Hot topics in obstetrics
Download
1 / 41

Hot topics in Obstetrics - PowerPoint PPT Presentation


  • 145 Views
  • Updated On :

Hot topics in Obstetrics. Dr Jane Rutherford Consultant in Maternal and Fetal Medicine QMC. NOTTINGHAM PRIMARY CARE TRUSTS. NOTTINGHAM UNIVERSITY HOSPITALS NHS TRUST. OBSTETRIC CLINICAL GUIDELINES. Fetal Varicella Syndrome. Exposure in the first 20 weeks of pregnancy

Related searches for Hot topics in Obstetrics

loader
I am the owner, or an agent authorized to act on behalf of the owner, of the copyrighted work described.
capcha
Download Presentation

PowerPoint Slideshow about 'Hot topics in Obstetrics' - leiko


An Image/Link below is provided (as is) to download presentation

Download Policy: Content on the Website is provided to you AS IS for your information and personal use and may not be sold / licensed / shared on other websites without getting consent from its author.While downloading, if for some reason you are not able to download a presentation, the publisher may have deleted the file from their server.


- - - - - - - - - - - - - - - - - - - - - - - - - - E N D - - - - - - - - - - - - - - - - - - - - - - - - - -
Presentation Transcript
Hot topics in obstetrics l.jpg

Hot topics in Obstetrics

Dr Jane Rutherford

Consultant in Maternal and Fetal Medicine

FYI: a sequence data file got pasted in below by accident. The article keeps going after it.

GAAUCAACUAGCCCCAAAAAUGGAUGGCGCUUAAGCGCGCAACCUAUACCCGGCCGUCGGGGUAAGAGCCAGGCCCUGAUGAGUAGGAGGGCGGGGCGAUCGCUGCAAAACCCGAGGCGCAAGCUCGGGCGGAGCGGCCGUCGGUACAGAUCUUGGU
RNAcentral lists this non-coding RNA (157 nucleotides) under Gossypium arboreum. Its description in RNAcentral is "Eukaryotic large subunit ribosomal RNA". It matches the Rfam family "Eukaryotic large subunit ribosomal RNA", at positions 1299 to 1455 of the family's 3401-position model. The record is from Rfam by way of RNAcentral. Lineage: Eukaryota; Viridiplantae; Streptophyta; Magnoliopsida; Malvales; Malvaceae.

QMC


Slide4 l.jpg

NOTTINGHAM PRIMARY CARE TRUSTS

NOTTINGHAM UNIVERSITY HOSPITALS NHS TRUST

OBSTETRIC CLINICAL GUIDELINES


Fetal varicella syndrome l.jpg
Fetal Varicella Syndrome

  • Exposure in the first 20 weeks of pregnancy

  • 1% before 12 weeks; 2% between 13 and 20 weeks

  • Skin scarring in a dermatomal distribution

  • Limb hypoplasia and/or paresis

  • Low birth weight

  • Less commonly microcephaly, neurological anomalies and eye defects


Varicella in pregnancy l.jpg
Varicella in pregnancy

  • Varicella pneumonia in 5-14% of adults

  • Mortality and morbidity higher in pregnancy

  • More common in smokers


Vzig for varicella contacts l.jpg
VZIG for Varicella Contacts

  • A seronegative pregnant woman with a significant contact should be offered VZIG.

  • The outcome in pregnant women is not adversely affected if the administration of VZIG is delayed up to 10 days.

  • Clinical chickenpox will still develop in a proportion of women given VZIG but may be attenuated.

  • Women who have had contact with chickenpox (regardless of whether or not they have received VZIG) should be asked to notify a health professional if a rash develops.


Aciclovir l.jpg
Aciclovir

  • Oral aciclovir may be given to women who present in the first 24 hours of rash or are more than 20 weeks pregnant.